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Cyber Security in an Age of Uncertainty

Cyber Security in an Age of Uncertainty

March 16, 2017

Homeland & Cyber Security

The Christian Science Monitor — Cyber security has taken center stage. You can’t avoid it. News about the WikiLeaks release of alleged CIA hacking tools; Russian hacking designed to influence western elections; and sophisticated cybercriminals manipulating electronic banking systems to steal millions.

But who’s really keeping us safe online?

Prof. Yuval Elovici

Prof. Yuval Elovici

The U.S. and Israel are world leaders in cyber security, with each country poised to have a major impact on the power struggles playing out in cyberspace over national and economic security, human rights, and the global digital economy.

Cooperation between the U.S. and Israel isn’t limited to national security. The two countries have two of the world’s most robust and innovative cyber security industry clusters. Building on these strengths, the countries recently agreed to cooperate on cyber security research and development.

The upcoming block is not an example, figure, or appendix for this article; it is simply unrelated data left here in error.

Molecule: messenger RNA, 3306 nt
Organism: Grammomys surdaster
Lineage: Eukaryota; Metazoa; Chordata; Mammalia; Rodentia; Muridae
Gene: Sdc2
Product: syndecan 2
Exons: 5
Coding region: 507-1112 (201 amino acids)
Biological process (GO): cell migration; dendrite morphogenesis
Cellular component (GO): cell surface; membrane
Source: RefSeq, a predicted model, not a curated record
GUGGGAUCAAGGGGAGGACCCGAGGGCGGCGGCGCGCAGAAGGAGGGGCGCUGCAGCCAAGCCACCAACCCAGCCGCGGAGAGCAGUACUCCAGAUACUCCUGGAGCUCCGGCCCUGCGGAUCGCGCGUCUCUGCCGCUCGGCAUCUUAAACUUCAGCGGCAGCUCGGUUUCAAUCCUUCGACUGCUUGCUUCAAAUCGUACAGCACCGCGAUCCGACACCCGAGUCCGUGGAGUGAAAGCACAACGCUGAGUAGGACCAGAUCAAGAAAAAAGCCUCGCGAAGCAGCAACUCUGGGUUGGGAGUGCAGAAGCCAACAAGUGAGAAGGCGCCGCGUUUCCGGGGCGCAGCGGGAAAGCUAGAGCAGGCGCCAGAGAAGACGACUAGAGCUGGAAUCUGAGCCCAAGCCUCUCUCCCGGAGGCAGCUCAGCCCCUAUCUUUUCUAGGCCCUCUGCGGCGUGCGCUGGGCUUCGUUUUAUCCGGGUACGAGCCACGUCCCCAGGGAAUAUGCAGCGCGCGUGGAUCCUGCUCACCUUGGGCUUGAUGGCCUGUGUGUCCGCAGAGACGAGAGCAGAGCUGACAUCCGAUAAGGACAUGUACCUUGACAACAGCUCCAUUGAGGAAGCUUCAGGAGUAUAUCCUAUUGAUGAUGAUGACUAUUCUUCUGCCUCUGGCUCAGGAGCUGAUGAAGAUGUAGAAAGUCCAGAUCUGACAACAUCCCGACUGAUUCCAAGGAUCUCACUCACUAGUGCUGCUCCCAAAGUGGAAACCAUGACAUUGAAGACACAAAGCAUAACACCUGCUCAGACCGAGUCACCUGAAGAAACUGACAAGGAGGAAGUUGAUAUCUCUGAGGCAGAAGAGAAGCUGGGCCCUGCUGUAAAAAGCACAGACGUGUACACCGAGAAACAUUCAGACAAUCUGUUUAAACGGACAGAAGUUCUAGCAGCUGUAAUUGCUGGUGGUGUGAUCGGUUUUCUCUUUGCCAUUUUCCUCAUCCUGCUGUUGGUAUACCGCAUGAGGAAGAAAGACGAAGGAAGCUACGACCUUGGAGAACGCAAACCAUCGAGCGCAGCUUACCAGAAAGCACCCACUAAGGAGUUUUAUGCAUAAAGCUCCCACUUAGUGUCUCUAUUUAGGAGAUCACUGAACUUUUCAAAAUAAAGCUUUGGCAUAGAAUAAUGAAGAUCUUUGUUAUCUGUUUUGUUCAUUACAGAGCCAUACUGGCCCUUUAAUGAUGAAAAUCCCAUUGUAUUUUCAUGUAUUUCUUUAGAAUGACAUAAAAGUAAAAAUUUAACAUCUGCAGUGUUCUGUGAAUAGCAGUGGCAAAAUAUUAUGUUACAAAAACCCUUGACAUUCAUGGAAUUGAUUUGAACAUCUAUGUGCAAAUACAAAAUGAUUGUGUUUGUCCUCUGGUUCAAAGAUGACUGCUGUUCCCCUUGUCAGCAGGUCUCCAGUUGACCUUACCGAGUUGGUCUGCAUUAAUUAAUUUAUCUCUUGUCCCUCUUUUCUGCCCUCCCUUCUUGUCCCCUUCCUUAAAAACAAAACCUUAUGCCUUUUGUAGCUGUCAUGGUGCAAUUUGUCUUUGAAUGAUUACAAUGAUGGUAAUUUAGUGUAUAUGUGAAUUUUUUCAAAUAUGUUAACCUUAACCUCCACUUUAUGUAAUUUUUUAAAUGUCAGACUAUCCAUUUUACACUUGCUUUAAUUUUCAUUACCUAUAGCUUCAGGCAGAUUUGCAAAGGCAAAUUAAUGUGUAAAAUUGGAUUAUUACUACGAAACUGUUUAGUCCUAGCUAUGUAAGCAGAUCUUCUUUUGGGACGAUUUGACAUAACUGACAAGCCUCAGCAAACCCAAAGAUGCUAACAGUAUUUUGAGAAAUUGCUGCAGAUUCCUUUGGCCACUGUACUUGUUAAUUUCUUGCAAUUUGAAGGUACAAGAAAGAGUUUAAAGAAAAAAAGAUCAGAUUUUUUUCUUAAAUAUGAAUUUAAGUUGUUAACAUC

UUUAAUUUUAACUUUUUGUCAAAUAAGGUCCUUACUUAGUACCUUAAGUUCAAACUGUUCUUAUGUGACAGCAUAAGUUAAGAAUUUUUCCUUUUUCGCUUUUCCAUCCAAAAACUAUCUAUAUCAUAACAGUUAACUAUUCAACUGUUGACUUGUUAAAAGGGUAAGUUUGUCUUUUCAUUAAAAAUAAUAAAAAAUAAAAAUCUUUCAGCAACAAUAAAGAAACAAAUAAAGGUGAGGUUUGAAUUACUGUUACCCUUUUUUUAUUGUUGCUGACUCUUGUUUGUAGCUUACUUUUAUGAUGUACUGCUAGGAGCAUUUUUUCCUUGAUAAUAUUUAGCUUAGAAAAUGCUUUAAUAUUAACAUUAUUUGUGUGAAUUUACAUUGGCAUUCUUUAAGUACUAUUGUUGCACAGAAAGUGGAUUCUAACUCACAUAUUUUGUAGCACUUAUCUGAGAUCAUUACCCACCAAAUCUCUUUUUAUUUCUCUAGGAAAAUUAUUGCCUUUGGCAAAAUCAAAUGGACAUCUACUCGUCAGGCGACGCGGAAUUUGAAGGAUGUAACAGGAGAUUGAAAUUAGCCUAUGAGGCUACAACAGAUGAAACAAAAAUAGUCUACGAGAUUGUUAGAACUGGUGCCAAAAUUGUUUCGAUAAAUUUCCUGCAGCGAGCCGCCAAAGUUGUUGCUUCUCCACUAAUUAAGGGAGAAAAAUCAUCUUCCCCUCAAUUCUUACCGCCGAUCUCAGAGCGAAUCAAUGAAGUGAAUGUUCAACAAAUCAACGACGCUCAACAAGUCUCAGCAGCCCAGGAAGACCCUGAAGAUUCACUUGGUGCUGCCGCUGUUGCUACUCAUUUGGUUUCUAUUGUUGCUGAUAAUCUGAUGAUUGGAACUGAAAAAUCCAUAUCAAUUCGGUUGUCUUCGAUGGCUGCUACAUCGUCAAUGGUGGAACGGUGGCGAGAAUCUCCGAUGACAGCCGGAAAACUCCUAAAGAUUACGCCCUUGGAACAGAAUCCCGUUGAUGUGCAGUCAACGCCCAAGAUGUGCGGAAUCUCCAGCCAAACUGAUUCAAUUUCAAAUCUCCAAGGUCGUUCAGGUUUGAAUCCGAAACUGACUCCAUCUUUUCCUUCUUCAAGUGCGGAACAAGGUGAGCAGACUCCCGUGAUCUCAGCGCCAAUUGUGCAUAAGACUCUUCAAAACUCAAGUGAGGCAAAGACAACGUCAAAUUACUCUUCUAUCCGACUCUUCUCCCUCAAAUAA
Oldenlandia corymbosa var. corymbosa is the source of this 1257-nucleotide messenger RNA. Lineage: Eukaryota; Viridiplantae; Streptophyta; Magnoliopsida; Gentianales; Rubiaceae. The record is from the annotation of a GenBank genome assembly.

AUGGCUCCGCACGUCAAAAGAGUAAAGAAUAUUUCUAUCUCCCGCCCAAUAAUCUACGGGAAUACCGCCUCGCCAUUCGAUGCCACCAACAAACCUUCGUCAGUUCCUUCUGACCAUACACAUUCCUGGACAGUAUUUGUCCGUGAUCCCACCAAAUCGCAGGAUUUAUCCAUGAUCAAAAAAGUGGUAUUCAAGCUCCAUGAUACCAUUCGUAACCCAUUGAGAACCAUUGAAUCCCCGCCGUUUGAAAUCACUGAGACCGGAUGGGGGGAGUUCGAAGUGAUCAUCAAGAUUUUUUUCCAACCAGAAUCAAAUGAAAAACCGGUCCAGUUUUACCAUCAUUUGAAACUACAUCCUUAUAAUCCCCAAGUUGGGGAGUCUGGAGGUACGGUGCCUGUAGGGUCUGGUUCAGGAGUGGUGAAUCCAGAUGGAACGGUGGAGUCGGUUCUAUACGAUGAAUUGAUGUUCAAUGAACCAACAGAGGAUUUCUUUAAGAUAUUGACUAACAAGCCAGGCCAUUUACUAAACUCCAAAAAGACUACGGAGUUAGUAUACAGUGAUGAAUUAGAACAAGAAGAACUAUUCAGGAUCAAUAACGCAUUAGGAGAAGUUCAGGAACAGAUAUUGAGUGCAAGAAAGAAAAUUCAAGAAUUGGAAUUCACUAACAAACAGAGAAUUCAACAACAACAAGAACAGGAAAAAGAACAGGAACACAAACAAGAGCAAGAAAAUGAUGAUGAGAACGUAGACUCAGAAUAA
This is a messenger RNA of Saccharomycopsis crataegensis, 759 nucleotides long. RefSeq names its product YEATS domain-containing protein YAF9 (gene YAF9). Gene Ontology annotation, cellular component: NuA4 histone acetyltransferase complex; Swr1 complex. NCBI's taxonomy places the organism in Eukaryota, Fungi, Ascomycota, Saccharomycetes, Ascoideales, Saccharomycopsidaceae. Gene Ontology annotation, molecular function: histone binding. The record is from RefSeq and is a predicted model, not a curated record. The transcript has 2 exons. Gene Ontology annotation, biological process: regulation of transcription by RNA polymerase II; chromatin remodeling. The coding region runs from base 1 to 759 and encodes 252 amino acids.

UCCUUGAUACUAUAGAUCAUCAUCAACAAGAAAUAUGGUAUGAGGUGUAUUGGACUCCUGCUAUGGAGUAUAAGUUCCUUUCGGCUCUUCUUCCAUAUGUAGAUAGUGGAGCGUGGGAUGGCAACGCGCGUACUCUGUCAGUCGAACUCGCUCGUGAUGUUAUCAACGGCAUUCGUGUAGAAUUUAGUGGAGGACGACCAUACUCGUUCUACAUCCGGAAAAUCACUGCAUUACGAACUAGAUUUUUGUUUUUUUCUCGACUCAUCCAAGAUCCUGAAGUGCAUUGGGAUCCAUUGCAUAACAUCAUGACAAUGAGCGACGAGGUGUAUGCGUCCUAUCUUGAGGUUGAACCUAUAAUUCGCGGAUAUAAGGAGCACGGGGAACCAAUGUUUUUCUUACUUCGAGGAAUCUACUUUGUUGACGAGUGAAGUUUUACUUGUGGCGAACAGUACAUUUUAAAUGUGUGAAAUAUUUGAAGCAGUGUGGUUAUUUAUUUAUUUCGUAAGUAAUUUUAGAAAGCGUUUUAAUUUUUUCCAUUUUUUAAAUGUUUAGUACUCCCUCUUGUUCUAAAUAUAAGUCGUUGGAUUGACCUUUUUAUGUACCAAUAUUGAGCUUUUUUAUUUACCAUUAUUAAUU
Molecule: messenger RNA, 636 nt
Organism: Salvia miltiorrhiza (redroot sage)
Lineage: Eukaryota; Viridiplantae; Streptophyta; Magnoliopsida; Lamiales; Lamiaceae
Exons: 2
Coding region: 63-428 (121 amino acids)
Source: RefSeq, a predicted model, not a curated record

The U.S.-Israel Advanced Research Partnership Act expanded an existing research program run jointly by the Department of Homeland Security and Israel’s Ministry of Public Security to include cyber security research. The program is designed to help bridge the gap between initial research and product commercialization.

To learn more about U.S.-Israel cooperation and perspectives on a variety of cyber security issues, join AABGU at American University on March 20-21 for a conference: Cyber Security in an Age of Uncertainty: U.S.-Israel Perspectives.

Prof. Yuval Elovici, director of BGU’s Cyber Security Research Center and Deutsche Telekom Innovations Labs@BGU, kicks off the conference with a keynote address, “The Internet of Things: The New Frontier of Cyber Conflict.” View a video of the keynote address >>

The two-day conference will explore cutting-edge U.S.-Israeli cyberpolicy issues involving national security, crime, human rights, and the digital economy.

Read more on The Christian Science Monitor website >>